By David Nelson / Photos by Sara Norris
Back before craft cocktails were a thing... they were actually already a thing at Starlite.
This unassuming Midtown restaurant and bar, launched as a place to for the 21-and-up set to find dignified late-night dining and drinks, is widely credited for having spawned the renaissance of the Moscow Mule, a decidedly crafty vodka cocktail made with ginger beer, lime and a mint sprig - and served in a copper mug. Today, these fancy metal vessels are everywhere. Not so long ago, when hipsters first began to show their faces, Starlite was the place to score one.
To celebrate their venue's seventh anniversary, Starlite owners Tim Mays and Matt Hoyt are opening their hexagon-framed front door on India Street, beckoning spirits lovers with the call of the wild, in this case an otherwise elusive sip of the legendary Pappy Van Winkle bourbon.
"It was extremely difficult to get," says Hoyt, a music video and film director, not to mention restaurateur. "We had to be vetted by the distributor to be found worthy to even be considered to pour it."
Pappy makes people happy, but it doesn't come cheap. At retail, bottles of this high- demand, ultra-select whiskey are nearly impossible to procure.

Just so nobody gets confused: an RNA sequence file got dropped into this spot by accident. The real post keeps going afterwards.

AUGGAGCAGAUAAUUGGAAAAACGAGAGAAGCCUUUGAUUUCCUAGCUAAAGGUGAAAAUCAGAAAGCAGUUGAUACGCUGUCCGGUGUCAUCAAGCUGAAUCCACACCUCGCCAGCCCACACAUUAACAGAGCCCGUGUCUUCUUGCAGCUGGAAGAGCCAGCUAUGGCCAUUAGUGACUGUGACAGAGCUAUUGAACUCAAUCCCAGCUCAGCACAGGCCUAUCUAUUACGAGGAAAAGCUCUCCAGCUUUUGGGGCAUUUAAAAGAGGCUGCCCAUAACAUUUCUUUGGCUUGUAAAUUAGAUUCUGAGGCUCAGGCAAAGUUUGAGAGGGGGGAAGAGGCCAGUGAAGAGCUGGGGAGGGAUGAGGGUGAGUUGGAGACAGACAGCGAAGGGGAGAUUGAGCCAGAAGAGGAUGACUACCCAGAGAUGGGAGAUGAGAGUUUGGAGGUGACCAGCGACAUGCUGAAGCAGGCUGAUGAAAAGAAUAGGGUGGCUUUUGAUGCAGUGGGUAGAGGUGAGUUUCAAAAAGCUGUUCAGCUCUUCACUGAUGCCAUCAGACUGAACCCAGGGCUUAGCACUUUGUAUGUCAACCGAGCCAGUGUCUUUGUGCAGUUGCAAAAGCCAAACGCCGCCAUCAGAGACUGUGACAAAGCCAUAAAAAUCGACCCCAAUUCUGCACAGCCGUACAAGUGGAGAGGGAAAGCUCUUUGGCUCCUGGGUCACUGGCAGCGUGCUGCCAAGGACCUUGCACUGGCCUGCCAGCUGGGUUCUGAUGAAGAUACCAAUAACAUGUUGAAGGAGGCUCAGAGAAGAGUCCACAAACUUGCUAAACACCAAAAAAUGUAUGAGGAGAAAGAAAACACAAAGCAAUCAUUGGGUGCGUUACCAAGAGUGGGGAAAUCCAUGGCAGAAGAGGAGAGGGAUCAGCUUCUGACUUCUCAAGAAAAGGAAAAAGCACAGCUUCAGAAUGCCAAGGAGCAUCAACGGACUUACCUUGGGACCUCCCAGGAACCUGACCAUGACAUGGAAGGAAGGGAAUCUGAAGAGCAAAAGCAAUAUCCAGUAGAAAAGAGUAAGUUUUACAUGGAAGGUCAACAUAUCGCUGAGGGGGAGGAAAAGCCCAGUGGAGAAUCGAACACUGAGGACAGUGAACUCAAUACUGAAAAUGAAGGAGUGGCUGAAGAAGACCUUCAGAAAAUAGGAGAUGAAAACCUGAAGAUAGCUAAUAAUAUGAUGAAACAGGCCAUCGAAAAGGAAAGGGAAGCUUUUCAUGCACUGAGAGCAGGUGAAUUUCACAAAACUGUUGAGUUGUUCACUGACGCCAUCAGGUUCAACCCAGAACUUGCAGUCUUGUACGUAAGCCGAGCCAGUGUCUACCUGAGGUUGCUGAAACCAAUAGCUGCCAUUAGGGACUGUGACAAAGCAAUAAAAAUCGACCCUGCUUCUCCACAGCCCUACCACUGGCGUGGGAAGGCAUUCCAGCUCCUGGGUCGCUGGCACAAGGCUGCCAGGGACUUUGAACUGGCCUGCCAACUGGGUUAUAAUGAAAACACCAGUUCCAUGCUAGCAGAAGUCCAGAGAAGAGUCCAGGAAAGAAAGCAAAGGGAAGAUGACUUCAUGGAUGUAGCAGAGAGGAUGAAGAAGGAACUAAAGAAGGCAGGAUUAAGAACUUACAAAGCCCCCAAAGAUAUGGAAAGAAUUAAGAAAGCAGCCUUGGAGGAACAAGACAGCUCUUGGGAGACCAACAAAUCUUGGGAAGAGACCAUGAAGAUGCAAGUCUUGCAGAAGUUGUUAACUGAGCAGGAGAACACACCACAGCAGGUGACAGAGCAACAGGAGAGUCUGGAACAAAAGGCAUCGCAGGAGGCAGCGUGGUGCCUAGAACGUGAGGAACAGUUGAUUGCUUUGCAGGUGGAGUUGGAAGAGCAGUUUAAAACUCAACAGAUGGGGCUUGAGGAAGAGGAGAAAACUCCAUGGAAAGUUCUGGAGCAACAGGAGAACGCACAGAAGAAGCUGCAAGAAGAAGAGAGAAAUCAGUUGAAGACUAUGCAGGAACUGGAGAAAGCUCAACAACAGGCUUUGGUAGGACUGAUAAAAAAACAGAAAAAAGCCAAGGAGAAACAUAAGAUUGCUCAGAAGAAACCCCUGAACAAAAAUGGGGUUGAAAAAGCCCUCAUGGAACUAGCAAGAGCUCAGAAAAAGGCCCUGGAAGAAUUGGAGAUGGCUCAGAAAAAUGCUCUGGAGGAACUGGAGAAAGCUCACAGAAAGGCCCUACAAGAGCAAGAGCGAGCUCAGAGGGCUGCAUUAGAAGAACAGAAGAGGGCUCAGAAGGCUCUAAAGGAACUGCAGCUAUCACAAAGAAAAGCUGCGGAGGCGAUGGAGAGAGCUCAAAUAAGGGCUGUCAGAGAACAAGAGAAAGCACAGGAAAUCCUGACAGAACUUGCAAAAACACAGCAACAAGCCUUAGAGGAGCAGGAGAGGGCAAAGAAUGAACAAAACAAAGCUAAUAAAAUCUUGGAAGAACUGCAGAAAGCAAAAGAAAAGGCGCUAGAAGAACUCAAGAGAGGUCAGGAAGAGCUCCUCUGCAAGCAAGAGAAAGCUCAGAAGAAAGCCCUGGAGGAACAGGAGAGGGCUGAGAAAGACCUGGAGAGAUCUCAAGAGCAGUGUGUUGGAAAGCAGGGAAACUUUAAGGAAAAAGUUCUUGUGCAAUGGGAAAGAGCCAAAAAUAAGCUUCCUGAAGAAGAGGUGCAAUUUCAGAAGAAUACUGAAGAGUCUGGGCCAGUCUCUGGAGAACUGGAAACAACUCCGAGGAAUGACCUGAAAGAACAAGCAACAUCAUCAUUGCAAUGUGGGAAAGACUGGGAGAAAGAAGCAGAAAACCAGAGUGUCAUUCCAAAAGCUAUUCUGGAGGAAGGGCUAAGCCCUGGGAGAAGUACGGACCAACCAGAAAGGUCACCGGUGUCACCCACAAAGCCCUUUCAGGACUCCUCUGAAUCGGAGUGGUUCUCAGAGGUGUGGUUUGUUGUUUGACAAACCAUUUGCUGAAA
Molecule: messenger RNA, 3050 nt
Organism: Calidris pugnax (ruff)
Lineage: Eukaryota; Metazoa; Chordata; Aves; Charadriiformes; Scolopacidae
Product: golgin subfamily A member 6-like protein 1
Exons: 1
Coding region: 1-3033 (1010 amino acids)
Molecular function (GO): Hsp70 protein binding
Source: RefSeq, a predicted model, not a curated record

"We pay $250 per bottle because we have a relationship with the family," says Hoyt. "But mostly, you only can buy Pappy 'black market,' on eBay, for a thousand dollars."
Gulp! Actually, better make that sip...tiny sips.
Starlite's Pappy collection includes the full range of Family Reserve whiskeys, served in 1.5-ounce portions and priced at $16 to $73. Choices include Rye, 10 year-old Pappy Van Winkle, 12-year, 15-year, 20-year and, for those willing to put their money where their mouth is, the 23-year-old batch, for nearly $100 per pour (including tip).
Mays, who founded and still runs Little Italy's famed concert venue, Casbah, says the whiskey defines what he calls "The Starlite Story."
"We created a vehicle to steer people towards experiences with beverages and food that they normally wouldn't seek out," he says, intimating that one of those experiences will be pairing a glass of Pappy Van Winkle with one of Starlite's housemade, toffee-cookie ice cream sandwiches rolled in pistachio nuts.
"The finish is almost angelic," says Mays, speaking of the bourbon, not the ice cream. "It just goes off to heaven."
Make that "Seventh" heaven for Starlite devotees, who will be treated to seven days' worth of local-charity-driven anniversary events (Monday 9/29 to Sunday 10/5) featuring $7 Starlite Mules, $7 Kentucky Colonels and $7 specials from the food menu.
As for the Pappy Van Winkle, one wet whistle will cost a lot more than seven bucks, but that's a small price to pay to see what rises from the core of Hoyt's and Mays' spirit world. Cheers!
3175 India St., Mission Hills